Comment: Applications of Robotics in the Clinical Laboratory

William J. Castellani, Frederick Van Lente, David Chou

Research output: Contribution to journalArticle

3 Citations (Scopus)

Abstract

The implementation of a robotic workstation in the clinical laboratory involves considerations and compromises common to any instrument design and development activity. The trade-off between speed and flexibility not only affects the way the instrument interacts with human operators and other devices (the ‘real-world interface’), but also places limitations on the adaptation of chemistries to the given instrument. Mechanical optimization for speed and reproducibility places restrictions on the imprecision of consumables. Attempts to adapt a robot to a constrained system may entail compromises that either degrades the theoretically-attainable quality of results, or requires human interaction to compensate for physical or mechanical limitations. The general considerations of function and workflow, programming and support, and reliability place practical limits on the implementation of robotic workstations in the clinical laboratory.

Original languageEnglish (US)
Pages (from-to)141-144
Number of pages4
JournalJournal of Automatic Chemistry
Volume12
Issue number4
DOIs
StatePublished - Jan 1 1990

Fingerprint

Clinical laboratories
Robotics
robotics
workstations
Workflow
programming
robots
Equipment and Supplies
constrictions
flexibility
Robots
chemistry
operators
optimization
interactions

All Science Journal Classification (ASJC) codes

  • Clinical Biochemistry

Cite this

Castellani, William J. ; Lente, Frederick Van ; Chou, David. / Comment : Applications of Robotics in the Clinical Laboratory. In: Journal of Automatic Chemistry. 1990 ; Vol. 12, No. 4. pp. 141-144.
@article{58c03f6305e84a7ba5026362a1cc3c43,
title = "Comment: Applications of Robotics in the Clinical Laboratory",
abstract = "The implementation of a robotic workstation in the clinical laboratory involves considerations and compromises common to any instrument design and development activity. The trade-off between speed and flexibility not only affects the way the instrument interacts with human operators and other devices (the ‘real-world interface’), but also places limitations on the adaptation of chemistries to the given instrument. Mechanical optimization for speed and reproducibility places restrictions on the imprecision of consumables. Attempts to adapt a robot to a constrained system may entail compromises that either degrades the theoretically-attainable quality of results, or requires human interaction to compensate for physical or mechanical limitations. The general considerations of function and workflow, programming and support, and reliability place practical limits on the implementation of robotic workstations in the clinical laboratory.",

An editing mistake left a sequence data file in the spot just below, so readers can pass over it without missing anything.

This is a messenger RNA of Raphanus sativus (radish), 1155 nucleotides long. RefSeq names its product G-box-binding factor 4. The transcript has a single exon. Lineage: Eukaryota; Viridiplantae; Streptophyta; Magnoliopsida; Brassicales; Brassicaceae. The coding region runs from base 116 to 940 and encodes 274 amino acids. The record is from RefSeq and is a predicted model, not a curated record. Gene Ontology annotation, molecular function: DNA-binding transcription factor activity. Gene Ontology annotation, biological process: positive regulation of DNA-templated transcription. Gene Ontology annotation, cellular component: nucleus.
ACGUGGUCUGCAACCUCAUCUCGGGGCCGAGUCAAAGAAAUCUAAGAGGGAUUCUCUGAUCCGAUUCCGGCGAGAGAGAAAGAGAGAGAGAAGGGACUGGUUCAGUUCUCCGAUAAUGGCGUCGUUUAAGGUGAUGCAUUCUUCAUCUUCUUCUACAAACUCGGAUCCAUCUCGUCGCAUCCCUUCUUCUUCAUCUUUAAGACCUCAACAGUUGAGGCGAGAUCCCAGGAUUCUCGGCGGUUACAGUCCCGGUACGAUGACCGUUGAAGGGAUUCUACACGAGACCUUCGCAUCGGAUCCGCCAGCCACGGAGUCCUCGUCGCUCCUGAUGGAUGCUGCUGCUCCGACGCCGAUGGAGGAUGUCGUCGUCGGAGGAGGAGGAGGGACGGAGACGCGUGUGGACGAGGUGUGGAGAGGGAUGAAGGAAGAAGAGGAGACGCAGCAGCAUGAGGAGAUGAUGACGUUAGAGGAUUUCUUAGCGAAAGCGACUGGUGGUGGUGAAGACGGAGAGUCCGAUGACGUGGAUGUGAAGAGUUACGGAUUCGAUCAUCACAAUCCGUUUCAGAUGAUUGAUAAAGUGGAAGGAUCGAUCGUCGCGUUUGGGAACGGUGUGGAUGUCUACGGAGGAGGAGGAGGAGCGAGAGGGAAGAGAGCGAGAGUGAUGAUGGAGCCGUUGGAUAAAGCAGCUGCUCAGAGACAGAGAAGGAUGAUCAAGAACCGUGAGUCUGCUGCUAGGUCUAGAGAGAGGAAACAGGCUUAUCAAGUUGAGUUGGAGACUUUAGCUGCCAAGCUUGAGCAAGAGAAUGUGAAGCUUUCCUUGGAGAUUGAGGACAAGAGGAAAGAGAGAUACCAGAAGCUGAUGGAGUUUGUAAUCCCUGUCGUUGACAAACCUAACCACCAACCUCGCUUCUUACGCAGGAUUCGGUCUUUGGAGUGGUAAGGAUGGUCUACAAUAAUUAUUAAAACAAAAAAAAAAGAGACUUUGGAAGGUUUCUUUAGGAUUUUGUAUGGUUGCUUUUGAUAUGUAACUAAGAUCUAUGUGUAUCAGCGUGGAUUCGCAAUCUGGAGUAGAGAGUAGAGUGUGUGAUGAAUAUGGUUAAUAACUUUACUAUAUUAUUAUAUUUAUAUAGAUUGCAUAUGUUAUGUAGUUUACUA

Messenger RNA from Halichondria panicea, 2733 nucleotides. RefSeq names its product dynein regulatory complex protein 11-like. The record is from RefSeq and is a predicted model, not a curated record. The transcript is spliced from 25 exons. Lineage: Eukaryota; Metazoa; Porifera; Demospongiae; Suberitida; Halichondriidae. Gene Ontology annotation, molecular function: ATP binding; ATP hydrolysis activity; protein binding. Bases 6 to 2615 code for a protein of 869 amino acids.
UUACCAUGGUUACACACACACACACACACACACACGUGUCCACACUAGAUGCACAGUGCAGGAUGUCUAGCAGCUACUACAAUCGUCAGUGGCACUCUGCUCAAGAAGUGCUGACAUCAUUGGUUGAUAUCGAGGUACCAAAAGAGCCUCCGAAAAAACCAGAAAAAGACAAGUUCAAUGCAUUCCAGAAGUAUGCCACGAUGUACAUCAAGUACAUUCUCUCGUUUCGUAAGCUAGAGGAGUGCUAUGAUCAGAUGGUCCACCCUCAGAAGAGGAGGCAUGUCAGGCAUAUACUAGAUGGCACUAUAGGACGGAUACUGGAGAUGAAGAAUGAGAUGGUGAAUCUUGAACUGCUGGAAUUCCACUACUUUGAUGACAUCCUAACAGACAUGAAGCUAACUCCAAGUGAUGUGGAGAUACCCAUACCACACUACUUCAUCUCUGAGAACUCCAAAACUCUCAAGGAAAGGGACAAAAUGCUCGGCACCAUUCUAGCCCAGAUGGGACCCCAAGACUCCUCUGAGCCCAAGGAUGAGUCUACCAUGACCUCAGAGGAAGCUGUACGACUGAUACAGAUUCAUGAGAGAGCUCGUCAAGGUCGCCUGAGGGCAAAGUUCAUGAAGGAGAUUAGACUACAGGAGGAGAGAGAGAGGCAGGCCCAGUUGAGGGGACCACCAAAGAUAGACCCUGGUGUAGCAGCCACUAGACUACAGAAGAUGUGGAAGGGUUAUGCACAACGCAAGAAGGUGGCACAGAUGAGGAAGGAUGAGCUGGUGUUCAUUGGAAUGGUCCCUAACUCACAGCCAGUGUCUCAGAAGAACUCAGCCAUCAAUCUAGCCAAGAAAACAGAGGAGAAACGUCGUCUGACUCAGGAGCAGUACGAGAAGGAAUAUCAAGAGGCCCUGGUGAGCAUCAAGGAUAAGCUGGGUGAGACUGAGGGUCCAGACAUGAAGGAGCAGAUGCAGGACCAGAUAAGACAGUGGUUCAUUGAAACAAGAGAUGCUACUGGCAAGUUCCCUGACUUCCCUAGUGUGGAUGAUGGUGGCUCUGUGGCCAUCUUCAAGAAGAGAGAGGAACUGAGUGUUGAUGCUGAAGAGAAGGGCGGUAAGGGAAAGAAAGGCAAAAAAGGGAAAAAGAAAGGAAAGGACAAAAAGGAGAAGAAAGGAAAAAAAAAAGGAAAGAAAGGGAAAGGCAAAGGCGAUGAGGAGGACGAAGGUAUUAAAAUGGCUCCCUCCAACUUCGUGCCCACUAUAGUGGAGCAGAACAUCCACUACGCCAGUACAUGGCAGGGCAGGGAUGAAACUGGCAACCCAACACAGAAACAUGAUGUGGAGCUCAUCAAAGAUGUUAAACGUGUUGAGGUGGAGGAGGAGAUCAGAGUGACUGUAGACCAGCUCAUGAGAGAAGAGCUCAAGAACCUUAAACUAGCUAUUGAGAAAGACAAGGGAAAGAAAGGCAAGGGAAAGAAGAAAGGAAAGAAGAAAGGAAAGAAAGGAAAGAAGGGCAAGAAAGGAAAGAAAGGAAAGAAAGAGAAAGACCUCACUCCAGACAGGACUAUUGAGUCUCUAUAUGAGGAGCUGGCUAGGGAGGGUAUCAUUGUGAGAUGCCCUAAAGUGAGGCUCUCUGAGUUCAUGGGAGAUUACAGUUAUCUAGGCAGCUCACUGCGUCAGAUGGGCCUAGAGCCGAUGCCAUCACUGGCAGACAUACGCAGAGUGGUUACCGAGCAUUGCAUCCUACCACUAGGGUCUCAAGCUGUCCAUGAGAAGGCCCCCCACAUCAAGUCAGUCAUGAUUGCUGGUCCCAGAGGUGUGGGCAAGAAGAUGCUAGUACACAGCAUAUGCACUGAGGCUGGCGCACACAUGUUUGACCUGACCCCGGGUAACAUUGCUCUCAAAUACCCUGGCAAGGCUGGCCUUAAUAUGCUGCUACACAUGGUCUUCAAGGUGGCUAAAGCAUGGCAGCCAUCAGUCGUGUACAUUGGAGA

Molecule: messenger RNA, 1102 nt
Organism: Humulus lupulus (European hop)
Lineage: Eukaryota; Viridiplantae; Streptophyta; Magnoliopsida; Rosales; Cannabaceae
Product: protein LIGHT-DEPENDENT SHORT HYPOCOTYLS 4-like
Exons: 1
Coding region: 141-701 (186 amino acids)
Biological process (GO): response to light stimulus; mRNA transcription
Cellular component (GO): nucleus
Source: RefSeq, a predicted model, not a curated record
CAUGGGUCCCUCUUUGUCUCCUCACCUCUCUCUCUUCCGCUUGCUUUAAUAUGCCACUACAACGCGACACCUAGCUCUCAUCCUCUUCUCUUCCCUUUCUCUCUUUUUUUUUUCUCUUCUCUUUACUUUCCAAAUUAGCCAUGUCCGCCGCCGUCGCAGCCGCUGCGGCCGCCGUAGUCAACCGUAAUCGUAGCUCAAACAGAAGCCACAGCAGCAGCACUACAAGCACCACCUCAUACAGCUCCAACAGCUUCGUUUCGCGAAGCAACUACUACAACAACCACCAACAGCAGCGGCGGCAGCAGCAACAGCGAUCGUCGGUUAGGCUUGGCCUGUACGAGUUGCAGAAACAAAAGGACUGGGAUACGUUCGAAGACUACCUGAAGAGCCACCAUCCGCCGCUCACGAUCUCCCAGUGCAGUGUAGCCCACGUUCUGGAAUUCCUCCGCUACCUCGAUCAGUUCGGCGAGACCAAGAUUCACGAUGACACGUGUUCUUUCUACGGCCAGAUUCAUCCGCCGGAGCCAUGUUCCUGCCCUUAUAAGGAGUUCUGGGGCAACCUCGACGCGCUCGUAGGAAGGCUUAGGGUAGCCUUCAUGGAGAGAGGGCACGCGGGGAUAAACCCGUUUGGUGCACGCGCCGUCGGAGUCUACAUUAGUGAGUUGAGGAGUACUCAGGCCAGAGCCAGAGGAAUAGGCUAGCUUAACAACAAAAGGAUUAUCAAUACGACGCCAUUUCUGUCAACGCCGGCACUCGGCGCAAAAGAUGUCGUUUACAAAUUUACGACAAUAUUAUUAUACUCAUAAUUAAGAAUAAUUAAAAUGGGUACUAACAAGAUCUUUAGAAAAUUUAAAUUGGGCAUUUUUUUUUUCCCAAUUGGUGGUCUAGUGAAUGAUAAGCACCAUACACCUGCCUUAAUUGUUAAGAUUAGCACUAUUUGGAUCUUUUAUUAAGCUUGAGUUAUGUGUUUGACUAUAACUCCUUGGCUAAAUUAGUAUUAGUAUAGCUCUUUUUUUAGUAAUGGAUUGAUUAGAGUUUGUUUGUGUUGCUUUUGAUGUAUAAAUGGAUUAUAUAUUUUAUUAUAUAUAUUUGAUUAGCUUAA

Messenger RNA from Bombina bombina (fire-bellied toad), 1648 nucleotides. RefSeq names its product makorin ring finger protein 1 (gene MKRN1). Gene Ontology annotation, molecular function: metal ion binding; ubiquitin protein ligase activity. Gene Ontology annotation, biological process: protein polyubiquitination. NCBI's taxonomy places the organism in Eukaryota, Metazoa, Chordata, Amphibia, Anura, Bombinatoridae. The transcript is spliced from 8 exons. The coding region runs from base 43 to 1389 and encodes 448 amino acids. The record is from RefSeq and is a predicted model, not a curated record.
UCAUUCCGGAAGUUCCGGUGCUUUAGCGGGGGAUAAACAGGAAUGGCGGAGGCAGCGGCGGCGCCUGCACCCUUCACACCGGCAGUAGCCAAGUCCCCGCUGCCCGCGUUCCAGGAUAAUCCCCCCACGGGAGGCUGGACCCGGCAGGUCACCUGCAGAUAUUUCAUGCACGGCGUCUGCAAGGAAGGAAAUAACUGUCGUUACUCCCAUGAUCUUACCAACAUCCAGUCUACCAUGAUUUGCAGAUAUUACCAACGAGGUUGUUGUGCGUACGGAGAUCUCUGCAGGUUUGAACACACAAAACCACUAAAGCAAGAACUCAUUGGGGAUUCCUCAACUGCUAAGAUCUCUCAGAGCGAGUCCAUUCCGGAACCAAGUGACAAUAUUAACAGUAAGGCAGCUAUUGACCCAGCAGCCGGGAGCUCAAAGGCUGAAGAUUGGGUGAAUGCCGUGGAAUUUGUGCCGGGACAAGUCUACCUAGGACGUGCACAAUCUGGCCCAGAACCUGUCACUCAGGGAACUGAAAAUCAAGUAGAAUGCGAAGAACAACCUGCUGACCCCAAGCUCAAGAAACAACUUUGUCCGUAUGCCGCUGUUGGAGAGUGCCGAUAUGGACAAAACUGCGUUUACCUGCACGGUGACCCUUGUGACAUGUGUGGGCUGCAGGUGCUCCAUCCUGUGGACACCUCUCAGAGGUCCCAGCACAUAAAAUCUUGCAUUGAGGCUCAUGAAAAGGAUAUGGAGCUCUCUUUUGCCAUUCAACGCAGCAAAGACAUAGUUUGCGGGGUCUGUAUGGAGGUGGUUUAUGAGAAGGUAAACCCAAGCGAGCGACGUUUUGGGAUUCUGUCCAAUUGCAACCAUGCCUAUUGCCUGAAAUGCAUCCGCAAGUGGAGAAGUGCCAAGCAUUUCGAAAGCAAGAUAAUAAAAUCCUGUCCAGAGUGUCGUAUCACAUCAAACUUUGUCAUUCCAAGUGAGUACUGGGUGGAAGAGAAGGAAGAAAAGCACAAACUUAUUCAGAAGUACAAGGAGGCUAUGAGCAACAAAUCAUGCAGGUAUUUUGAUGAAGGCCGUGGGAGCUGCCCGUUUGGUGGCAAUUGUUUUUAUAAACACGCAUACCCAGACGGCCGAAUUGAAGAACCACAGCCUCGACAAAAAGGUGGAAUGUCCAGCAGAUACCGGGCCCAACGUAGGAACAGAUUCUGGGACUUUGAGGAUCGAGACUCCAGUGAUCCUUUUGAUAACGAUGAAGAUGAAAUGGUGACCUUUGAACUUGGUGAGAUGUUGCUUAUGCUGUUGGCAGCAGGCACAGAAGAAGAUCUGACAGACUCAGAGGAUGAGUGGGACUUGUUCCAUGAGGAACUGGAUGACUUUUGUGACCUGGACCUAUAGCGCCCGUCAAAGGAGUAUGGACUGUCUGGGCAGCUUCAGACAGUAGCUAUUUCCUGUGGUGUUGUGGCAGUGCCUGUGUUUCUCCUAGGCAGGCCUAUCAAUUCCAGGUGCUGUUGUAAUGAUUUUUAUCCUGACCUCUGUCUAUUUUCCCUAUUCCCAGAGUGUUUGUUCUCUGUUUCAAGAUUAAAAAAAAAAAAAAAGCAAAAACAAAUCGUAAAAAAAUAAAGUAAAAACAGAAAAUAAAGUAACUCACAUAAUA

author = "Castellani, {William J.} and Lente, {Frederick Van} and David Chou",
year = "1990",
month = "1",
day = "1",
doi = "10.1155/S1463924690000177",
language = "English (US)",
volume = "12",
pages = "141--144",
journal = "Journal of Analytical Methods in Chemistry",
issn = "2090-8865",
publisher = "Hindawi Publishing Corporation",
number = "4",

}

Comment : Applications of Robotics in the Clinical Laboratory. / Castellani, William J.; Lente, Frederick Van; Chou, David.

In: Journal of Automatic Chemistry, Vol. 12, No. 4, 01.01.1990, p. 141-144.

Research output: Contribution to journalArticle

TY - JOUR

T1 - Comment

T2 - Applications of Robotics in the Clinical Laboratory

AU - Castellani, William J.

AU - Lente, Frederick Van

AU - Chou, David

PY - 1990/1/1

Y1 - 1990/1/1

N2 - The implementation of a robotic workstation in the clinical laboratory involves considerations and compromises common to any instrument design and development activity. The trade-off between speed and flexibility not only affects the way the instrument interacts with human operators and other devices (the ‘real-world interface’), but also places limitations on the adaptation of chemistries to the given instrument. Mechanical optimization for speed and reproducibility places restrictions on the imprecision of consumables. Attempts to adapt a robot to a constrained system may entail compromises that either degrades the theoretically-attainable quality of results, or requires human interaction to compensate for physical or mechanical limitations. The general considerations of function and workflow, programming and support, and reliability place practical limits on the implementation of robotic workstations in the clinical laboratory.

AB - The implementation of a robotic workstation in the clinical laboratory involves considerations and compromises common to any instrument design and development activity. The trade-off between speed and flexibility not only affects the way the instrument interacts with human operators and other devices (the ‘real-world interface’), but also places limitations on the adaptation of chemistries to the given instrument. Mechanical optimization for speed and reproducibility places restrictions on the imprecision of consumables. Attempts to adapt a robot to a constrained system may entail compromises that either degrades the theoretically-attainable quality of results, or requires human interaction to compensate for physical or mechanical limitations. The general considerations of function and workflow, programming and support, and reliability place practical limits on the implementation of robotic workstations in the clinical laboratory.

UR - http://www.scopus.com/inward/record.url?scp=0025103020&partnerID=8YFLogxK

UR - http://www.scopus.com/inward/citedby.url?scp=0025103020&partnerID=8YFLogxK

U2 - 10.1155/S1463924690000177

DO - 10.1155/S1463924690000177

M3 - Article

C2 - 18925267

AN - SCOPUS:0025103020

VL - 12

SP - 141

EP - 144

JO - Journal of Analytical Methods in Chemistry

JF - Journal of Analytical Methods in Chemistry

SN - 2090-8865

IS - 4

ER -